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Revisiting Fiduciary Duties of Members of Colorado LLCs

The law governing limited liability companies (“LLCs”) and their members is relatively undeveloped, and it continues to evolve.  One important question, for example, is whether the members of an LLC owe fiduciary duties to each other.

In a previous blog post, we explored the existing case law on this subject from the corporate and partnership context.  And that post concluded that majority or controlling members of LLCs owe fiduciary duties to minority members.  Although it remains uncertain in the LLC context, a recent decision from the Colorado Supreme Court seems to call that conclusion into question.

In Weinstein v. Colburn,[1] the Colorado Supreme Court addressed whether a creditor of an insolvent LLC could assert a common law claim for breach of fiduciary duty against the LLC’s manager for authorizing distributions by the LLC to its members.[2]  The lower court had applied common law applicable to insolvent corporations.  And that court determined that a manager of an insolvent LLC (which it analogized to a director of an insolvent corporation) owed a fiduciary duty to an LLC’s creditors.[3] 

The Supreme Court in Weinstein determined that the Court of Appeals had “erred in extending the fiduciary duty an insolvent corporation’s directors owe its creditors to the managers of an LLC.”[4]  The Court reasoned that if the legislature had intended corporate common law to apply to an LLC in the insolvency context, it would have explicitly extended that case law through the LLC Act.[5]  The Court so reasoned because the legislature had made a similar extension in the veil-piercing context through C.R.S. § 7-80-109.[6]  Some have argued that this analysis, as well as unpublished opinions from other courts,[7] means that corporate common law regarding fiduciary duties is now entirely inapplicable to LLCs.  But this interpretation of Weinstein oversimplifies the holding and is probably incorrect.

The Weinstein court reasoned that “[t]he rule that statutes in derogation of the common law are to be strictly construed shall have no application to [the LLC Act].”[8]  And this rule of statutory construction—according to the Weinstein court—shielded specific statutes promulgated by the legislature from application of corporate common law.[9]  Because the legislature, through the LLC Act, had specifically established the extent of liability for an insolvent LLC that makes distributions (in C.R.S. § 7-80-606), the Court would not rewrite what the legislature intended by overlaying corporate common law on that statute.[10]   Yet the Weinstein court said nothing about the application of common law in situations where the LLC Act is silent or where the LLC Act recognizes that the common law applies.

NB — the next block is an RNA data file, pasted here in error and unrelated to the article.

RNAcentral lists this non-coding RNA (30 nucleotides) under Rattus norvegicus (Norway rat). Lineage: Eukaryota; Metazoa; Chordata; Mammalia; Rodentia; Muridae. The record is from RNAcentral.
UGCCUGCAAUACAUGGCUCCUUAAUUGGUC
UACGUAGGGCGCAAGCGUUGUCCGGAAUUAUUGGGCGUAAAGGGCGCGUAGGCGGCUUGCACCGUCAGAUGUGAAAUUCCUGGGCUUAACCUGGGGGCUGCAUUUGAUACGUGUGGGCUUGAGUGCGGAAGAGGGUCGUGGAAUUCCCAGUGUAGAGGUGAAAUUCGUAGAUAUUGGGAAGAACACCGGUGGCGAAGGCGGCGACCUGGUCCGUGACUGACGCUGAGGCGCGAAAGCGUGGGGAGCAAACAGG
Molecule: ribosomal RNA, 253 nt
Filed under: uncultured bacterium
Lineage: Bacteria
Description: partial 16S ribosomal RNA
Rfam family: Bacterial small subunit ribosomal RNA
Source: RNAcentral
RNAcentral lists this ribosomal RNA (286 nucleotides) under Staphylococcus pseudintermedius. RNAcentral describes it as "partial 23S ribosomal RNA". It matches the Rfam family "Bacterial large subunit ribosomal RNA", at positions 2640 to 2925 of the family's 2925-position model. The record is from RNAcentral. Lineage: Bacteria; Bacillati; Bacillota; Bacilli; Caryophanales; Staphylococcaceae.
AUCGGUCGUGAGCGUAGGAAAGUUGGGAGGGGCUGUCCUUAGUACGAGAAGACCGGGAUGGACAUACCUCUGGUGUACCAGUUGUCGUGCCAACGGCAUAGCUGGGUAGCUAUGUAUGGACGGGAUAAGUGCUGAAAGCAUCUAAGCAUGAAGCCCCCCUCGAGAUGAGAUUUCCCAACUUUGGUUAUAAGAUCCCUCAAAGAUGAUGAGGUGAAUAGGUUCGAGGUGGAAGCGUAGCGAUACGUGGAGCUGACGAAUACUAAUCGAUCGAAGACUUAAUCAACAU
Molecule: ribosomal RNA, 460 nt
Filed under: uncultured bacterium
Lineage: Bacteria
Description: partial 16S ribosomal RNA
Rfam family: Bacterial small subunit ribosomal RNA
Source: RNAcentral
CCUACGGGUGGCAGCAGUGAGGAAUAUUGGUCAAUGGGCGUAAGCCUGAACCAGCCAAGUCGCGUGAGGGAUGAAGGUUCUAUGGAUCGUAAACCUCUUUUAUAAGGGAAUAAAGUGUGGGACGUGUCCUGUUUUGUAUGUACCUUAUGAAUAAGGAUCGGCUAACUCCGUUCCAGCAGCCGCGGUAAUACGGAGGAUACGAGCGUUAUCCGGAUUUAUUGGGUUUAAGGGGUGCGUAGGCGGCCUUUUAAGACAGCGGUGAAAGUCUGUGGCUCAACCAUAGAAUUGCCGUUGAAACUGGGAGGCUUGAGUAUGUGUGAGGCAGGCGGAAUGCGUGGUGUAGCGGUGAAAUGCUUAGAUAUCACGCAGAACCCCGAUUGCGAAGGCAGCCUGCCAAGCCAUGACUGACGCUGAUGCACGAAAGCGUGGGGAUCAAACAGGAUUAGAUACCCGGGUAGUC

For example, the LLC Act specifically states (in C.R.S. § 7-80-108(1.5)) that an LLC “member or manager . . . [may owe] duties, including, but not limited to, fiduciary duties, to . . . another member.”[11]  No section of the LLC Act, however, affirmatively imposes any fiduciary duties on members qua members.[12]  Because there are no statutory duties imposed on members of an LLC, the only duties to which section 108(1.5) could be referring are common law fiduciary duties.  Recognizing and applying such common law fiduciary duties in the LLC context is therefore in perfect harmony with Weinstein, where the Court ruled only that corporate common law could not rewrite the duties the legislature intended to apply.   Applying common-law fiduciary duties to majority or controlling members is necessary to give effect to the legislature's intentions set forth in the LLC Act.  

Furthermore, applying this common law to the LLC scenario also serves to protect minority LLC members.  Nothing in the LLC Act suggests that the LLC was intended to be a mechanism by which majority or controlling members of an LLC are licensed to take advantage of minority members of an LLC.  Providing this common law protection to minority LLC members is important to respect the legislature's intent with regard to LLCs. And, therefore, doing so comports with the Supreme Court's reasoning in Weinstein.


[1] 2013 CO 33 (Colo. 2013).

[2] Id. at ¶ 7. 

[3] Id. at ¶ 6. 

[4] Id. at ¶ 23. 

[5] Id. 

[6] Id. 

[7] In a blog post by Neal H. Bookspan, he tells of a bankruptcy judge in Arizona recently ruling that “there are no fiduciary duties between members of a LLC unless they are specifically provided for in an operating agreement.”  (

[8] 2013 CO 33 at ¶ 11 (quoting C.R.S. § 7-80-109). 

[9] Id. ¶¶ 11, 23.  

[10] Id. at ¶ 16.

[11] The Supreme Court also recognized this statutory provision in Weinstein.  Id. ¶ 10 n.5 (citing C.R.S. § 7-80-108(1.5)).  

[12] See, e.g., C.R.S. § 7-80-404. 


Fee Awards Are Only Non-Dischargeable Only if the Applicable Statute Proscribes Conduct that Violates § 523